Do you have a mentor? 

Throughout my professional life I’ve been very fortunate to meet many amazing people that have helped to shape and influence my career, including at the World Agroforestry Center (ICRAF) in Kenya and at Conservation International. In my current role, I have the pleasure of working with representatives from governments, GEF Agencies, project stakeholders, and other partners who are working hard and in innovative ways to achieve environmental goals and also make progress on cross-cutting priorities such as resilience, gender equality, and knowledge sharing. I see all of these people as my mentors as they influence my thinking and approach to the challenges we are collectively facing on this planet.

Mohamed Bakarr meeting men of Gansu province, China
Photo courtesy of Mohamed Bakarr

What life lessons has your work life taught you?

Over the last three decades of working at the intersection of the environment and agriculture, I have learned that for change to take hold it needs to occur at many different levels. Global priorities alone cannot assure the viability or sustainability of given investments. Meaningful shifts also cannot be achieved by a single entity or with a business-as-usual mindset. I have learned to value and prioritize large-scale thinking, collaborative spirit, and creative problem-solving in pursuit of environmental goals. To be successful, we need to be open-minded, humble, optimistic, and courageous.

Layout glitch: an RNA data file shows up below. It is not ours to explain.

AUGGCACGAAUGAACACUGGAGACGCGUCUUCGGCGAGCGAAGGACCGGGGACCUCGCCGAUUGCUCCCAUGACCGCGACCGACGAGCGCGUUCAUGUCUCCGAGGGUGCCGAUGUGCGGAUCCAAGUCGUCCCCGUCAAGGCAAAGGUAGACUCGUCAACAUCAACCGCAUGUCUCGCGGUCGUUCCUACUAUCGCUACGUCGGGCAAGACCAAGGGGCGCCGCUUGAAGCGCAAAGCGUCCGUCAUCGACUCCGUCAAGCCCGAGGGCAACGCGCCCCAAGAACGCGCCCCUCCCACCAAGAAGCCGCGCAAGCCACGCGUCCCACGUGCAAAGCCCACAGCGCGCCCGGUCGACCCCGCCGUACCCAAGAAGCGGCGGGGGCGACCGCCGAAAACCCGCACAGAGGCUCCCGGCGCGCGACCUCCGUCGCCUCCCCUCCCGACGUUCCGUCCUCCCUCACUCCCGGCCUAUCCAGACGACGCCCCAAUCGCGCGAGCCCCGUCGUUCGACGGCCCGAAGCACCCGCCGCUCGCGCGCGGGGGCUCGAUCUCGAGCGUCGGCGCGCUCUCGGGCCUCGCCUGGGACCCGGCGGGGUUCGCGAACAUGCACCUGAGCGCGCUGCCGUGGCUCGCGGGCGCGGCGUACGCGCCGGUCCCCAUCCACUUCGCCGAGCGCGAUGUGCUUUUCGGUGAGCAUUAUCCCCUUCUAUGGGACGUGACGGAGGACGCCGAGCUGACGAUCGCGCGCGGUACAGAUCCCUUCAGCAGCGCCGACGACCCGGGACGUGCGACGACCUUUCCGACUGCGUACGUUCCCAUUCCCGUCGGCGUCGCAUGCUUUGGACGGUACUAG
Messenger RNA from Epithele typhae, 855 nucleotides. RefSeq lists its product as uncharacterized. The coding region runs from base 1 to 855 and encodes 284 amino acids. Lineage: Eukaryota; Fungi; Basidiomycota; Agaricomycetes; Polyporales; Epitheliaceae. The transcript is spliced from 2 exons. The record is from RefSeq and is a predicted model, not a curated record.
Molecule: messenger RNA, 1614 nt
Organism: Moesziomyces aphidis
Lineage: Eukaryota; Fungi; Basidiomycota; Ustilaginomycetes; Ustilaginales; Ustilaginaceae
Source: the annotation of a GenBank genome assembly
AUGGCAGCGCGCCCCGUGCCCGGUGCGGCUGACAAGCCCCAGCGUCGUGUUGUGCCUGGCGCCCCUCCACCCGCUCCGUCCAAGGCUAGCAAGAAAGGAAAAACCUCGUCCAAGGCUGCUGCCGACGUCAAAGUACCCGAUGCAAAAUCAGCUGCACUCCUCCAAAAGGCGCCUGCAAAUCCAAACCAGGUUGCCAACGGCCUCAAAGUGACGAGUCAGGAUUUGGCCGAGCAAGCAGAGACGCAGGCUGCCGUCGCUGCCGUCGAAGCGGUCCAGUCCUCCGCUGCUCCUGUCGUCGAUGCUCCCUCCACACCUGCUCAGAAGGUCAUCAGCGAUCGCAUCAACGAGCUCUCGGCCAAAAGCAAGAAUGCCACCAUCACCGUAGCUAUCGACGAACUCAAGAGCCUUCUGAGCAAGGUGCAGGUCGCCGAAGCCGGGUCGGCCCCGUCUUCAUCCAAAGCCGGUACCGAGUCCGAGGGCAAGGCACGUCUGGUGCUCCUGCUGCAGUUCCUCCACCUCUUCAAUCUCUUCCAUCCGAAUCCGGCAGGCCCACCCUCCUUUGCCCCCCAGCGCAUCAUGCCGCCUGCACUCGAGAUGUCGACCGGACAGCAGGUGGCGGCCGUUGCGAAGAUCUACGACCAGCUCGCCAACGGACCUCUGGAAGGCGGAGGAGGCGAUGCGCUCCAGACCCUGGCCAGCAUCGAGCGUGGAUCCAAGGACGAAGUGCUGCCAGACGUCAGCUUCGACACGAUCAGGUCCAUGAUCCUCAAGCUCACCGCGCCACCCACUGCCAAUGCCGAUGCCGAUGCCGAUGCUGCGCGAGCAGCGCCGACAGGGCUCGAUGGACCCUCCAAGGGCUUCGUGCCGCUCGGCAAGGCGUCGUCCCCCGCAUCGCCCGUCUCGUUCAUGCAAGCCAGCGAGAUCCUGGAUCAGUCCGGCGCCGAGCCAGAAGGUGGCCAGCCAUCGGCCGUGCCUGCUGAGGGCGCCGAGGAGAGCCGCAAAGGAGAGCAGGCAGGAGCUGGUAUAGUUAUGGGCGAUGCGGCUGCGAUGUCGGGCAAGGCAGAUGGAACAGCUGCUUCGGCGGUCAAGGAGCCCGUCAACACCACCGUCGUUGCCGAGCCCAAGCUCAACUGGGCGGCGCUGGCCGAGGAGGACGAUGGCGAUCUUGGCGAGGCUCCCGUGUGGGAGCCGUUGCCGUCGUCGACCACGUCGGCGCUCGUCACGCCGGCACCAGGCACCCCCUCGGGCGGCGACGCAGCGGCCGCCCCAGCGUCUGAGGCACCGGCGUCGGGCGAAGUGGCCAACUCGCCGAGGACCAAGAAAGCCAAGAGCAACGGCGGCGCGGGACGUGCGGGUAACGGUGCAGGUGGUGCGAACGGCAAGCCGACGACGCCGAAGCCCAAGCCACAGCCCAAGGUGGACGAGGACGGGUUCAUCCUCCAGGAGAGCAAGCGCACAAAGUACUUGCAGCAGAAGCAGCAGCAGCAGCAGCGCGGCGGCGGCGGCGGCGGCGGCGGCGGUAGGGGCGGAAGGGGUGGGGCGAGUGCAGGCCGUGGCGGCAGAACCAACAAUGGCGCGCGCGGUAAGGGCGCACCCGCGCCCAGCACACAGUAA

What makes the GEF unique as a place to work?

The GEF is the only international financing mechanism that focuses on all dimensions of the natural environment that underpins life on this planet. Because of the phased nature of our financing, the GEF is well-placed to help countries make their development sustainable through engagement over a long period. We are also increasingly fostering engagement with businesses and private investors who are committed to protecting and valuing nature, in recognition of its significance for economic sustainability. The GEF’s programming is helping countries tackle the drivers of environmental degradation and not just its symptoms. Investing in the planet is an enormous mandate that requires systems thinking and a focus on collective action to be impactful.

What does success in your work area look like?

For far too long the divide between environment and development practitioners has masked the fundamental fact that people need nature. It has been a privilege for me to participate in several major initiatives that seek to bridge that divide. This has included setting conservation priorities for the globally threatened Upper Guinea rainforest in West Africa while at Conservation International, designing strategies for scaling-up agricultural systems that incorporate the cultivation and conservation of trees while at the World Agroforestry Center, and developing the GEF’s integrated approach programs which I now lead. I hope that by the time I retire, all major economic development projects and investments will be planned and implemented with the environment at their core.